Doing It Old School: Sinatra’s Enduring Impact On American Music

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Born and bred in Hoboken, New Jersey, Frank Sinatra would sing his way to the shores on the other side of the Hudson River to follow in the footsteps of his idol, Bing Crosby. His style, artistry and appeal became timeless as he became a true American icon. His take on the American songbook (solidified in a prolific 95 albums) would remain a standard for generations.

More than a century after his birth, Old Blue Eye’s indelible mark on modern American music is still fresh in the minds of musicians young and old.

Contemporaneous stars of music as Michael Buble and Harry Connick, Jr. have heaped praises on the late crooner’s singing style. Director and critically acclaimed big band vocalist Seth MacFarlane even went on not only to cover some of Sinatra’s underappreciated songs but to do so using a microphone preferred by the man himself, loaned from the Smithsonian, for his debut album.

Even today, many performers are measured by their resemblance to the man, with few modern musicians ever receiving the honor of a direct comparison. After all, beyond being a legend, he was also the first teen idol, codifying the appearance of a handsome musician wooing throngs of young women as a staple in modern music.

Sinatra combined the best of both standard pop and jazz, having been responsible for mainstreaming the concept of singing colloquially. He treated lyrics as personal statements and handled every melody with the ease and skill of extemporaneous improv, which in turn would pave the way for the idiosyncrasies of rock, a genre that he ironically didn’t warm up to for some time.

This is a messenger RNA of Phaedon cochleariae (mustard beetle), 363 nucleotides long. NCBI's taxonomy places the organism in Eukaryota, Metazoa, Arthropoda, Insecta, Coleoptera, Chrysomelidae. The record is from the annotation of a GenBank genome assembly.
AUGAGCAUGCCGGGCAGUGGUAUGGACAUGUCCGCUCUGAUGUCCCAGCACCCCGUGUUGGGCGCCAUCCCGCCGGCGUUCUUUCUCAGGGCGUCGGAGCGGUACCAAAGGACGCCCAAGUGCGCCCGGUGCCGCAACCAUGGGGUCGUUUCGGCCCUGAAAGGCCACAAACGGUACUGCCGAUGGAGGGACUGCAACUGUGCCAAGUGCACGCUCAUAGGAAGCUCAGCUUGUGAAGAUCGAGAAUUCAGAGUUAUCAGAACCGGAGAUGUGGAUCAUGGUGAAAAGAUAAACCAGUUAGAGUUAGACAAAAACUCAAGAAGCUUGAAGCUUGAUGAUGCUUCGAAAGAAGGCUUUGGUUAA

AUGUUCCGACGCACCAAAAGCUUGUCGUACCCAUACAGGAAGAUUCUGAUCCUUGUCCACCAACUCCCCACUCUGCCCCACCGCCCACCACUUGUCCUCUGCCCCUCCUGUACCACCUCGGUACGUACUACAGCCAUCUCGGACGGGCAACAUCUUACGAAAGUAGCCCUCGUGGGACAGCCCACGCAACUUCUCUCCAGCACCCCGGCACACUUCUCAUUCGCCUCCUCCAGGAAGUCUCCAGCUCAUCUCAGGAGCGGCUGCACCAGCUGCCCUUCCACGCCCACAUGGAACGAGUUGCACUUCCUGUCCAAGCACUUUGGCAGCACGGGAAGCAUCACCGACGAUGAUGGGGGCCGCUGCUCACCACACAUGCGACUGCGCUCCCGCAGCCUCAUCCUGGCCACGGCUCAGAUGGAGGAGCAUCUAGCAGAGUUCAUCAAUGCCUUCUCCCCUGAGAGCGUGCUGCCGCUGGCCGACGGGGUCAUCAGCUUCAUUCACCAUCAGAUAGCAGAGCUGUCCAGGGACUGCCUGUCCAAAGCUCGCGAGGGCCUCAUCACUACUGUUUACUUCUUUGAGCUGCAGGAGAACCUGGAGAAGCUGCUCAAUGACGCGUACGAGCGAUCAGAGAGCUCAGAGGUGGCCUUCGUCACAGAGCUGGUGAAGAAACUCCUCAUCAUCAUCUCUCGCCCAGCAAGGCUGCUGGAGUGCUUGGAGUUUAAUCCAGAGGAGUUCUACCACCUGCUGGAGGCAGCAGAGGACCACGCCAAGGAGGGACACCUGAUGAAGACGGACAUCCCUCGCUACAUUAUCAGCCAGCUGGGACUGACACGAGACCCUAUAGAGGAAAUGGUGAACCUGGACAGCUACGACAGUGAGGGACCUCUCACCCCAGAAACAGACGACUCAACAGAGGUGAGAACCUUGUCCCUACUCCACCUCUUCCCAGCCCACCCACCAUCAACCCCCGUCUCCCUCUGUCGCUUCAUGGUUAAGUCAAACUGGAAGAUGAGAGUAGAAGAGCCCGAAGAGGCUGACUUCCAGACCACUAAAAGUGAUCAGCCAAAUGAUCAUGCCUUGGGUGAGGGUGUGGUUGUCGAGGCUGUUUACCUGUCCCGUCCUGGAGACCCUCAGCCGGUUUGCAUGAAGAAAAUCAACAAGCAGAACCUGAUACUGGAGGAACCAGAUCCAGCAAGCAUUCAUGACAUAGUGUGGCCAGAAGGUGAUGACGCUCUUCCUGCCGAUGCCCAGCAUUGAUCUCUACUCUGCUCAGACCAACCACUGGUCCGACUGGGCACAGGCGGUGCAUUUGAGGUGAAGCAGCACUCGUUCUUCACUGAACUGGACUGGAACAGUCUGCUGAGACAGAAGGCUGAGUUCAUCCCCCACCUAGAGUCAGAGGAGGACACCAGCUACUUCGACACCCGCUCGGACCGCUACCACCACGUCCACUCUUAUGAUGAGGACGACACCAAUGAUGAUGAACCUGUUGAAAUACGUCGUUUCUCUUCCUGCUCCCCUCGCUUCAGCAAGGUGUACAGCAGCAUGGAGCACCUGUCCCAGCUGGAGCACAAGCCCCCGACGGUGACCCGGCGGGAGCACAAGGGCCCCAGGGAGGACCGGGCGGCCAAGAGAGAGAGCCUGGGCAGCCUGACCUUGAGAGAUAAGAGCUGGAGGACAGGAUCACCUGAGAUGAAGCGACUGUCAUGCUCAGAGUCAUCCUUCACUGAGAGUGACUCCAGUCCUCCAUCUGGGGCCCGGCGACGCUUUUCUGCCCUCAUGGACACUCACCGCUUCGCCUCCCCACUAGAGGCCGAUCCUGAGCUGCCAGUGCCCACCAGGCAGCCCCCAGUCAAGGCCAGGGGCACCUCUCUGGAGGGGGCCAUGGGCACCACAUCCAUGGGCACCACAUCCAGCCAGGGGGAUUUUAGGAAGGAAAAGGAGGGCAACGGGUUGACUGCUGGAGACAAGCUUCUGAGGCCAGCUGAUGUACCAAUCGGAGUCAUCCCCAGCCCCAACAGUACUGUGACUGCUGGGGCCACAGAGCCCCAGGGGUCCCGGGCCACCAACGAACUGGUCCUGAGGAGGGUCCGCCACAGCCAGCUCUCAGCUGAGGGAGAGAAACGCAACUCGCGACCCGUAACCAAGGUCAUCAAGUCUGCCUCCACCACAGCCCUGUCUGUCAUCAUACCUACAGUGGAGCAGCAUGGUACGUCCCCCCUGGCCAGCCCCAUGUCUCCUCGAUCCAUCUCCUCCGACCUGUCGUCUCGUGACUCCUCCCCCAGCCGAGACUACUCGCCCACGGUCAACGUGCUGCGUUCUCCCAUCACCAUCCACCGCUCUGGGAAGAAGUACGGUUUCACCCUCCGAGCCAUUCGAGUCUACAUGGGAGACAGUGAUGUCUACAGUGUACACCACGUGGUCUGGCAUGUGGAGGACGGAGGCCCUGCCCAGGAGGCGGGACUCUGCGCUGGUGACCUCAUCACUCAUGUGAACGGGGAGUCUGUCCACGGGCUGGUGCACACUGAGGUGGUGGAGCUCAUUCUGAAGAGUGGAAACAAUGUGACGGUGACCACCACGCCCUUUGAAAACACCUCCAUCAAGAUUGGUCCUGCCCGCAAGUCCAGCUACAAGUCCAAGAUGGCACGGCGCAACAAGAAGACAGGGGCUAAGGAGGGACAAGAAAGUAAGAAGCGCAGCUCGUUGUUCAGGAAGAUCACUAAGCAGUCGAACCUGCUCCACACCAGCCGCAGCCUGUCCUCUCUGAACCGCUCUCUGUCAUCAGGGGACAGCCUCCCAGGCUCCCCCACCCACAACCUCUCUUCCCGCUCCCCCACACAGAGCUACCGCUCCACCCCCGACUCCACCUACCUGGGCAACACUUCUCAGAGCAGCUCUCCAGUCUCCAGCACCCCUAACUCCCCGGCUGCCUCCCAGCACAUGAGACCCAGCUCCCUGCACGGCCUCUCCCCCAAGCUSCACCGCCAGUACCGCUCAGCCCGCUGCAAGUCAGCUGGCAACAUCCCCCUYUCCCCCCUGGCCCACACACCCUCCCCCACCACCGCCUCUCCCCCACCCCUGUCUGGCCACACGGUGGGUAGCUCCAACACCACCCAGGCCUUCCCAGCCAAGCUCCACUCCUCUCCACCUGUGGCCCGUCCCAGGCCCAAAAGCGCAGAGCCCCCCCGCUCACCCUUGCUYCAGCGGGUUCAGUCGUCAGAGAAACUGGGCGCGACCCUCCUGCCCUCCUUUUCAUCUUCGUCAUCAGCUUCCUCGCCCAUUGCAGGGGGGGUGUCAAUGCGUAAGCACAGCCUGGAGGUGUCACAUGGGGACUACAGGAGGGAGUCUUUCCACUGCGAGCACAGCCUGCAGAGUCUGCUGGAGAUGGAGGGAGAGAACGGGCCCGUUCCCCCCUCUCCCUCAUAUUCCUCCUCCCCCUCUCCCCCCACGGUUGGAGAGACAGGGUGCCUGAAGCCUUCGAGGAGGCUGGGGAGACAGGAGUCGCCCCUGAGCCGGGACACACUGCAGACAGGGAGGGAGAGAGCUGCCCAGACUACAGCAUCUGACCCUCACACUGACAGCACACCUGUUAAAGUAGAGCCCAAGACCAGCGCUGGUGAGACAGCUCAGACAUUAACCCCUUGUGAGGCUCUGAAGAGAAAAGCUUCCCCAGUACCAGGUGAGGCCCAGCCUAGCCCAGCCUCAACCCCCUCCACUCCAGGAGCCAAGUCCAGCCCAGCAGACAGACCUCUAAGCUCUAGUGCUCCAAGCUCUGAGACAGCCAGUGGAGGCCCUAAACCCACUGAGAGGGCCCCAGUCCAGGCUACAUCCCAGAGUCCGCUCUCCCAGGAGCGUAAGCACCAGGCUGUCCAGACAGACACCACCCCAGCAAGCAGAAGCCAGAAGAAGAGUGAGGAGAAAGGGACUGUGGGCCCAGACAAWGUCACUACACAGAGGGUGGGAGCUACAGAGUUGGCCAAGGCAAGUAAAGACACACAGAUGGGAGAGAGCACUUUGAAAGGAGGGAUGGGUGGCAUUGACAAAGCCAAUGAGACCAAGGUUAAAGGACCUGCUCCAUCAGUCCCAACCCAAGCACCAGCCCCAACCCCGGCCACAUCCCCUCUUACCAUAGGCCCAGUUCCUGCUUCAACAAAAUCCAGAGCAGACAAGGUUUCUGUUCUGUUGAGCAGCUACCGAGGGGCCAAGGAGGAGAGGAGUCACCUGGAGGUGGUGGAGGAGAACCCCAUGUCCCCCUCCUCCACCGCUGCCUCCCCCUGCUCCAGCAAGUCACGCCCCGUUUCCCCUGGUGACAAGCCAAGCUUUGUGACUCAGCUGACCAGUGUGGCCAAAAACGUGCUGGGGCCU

And though he had initially denounced pop’s direction toward rock and roll in the mid-1950s, he eventually would perform songs composed by the likes of Stevie Wonder, George Harrison, Jimmy Webb, and Billy Joel.

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Sinatra lived such a magical life that we can only dream about. He performed all over the world with the best musicians, was a celebrated movie star, and defined the songbook in America. His membership in the Rat Pack was legendary as their antics were adored by millions. He was known to enjoy a good Jack Daniels Whiskey and became a renowned party host. One thing not very public was Frank’s generosity. Frank was a very cheerful giver. He would donate to many children’s charities, help many in need and sponsor needed items for many groups. But, he never wanted it to be public. He chose to anonymously do this to not focus the light on him. Truly a remarkable trait to have.

A swing jazz musician and head of a swing orchestra, Vince Pettinelli holds Frank Sinatra among his favorite musicians. Visit this blog for more updates on vocal jazz and swing.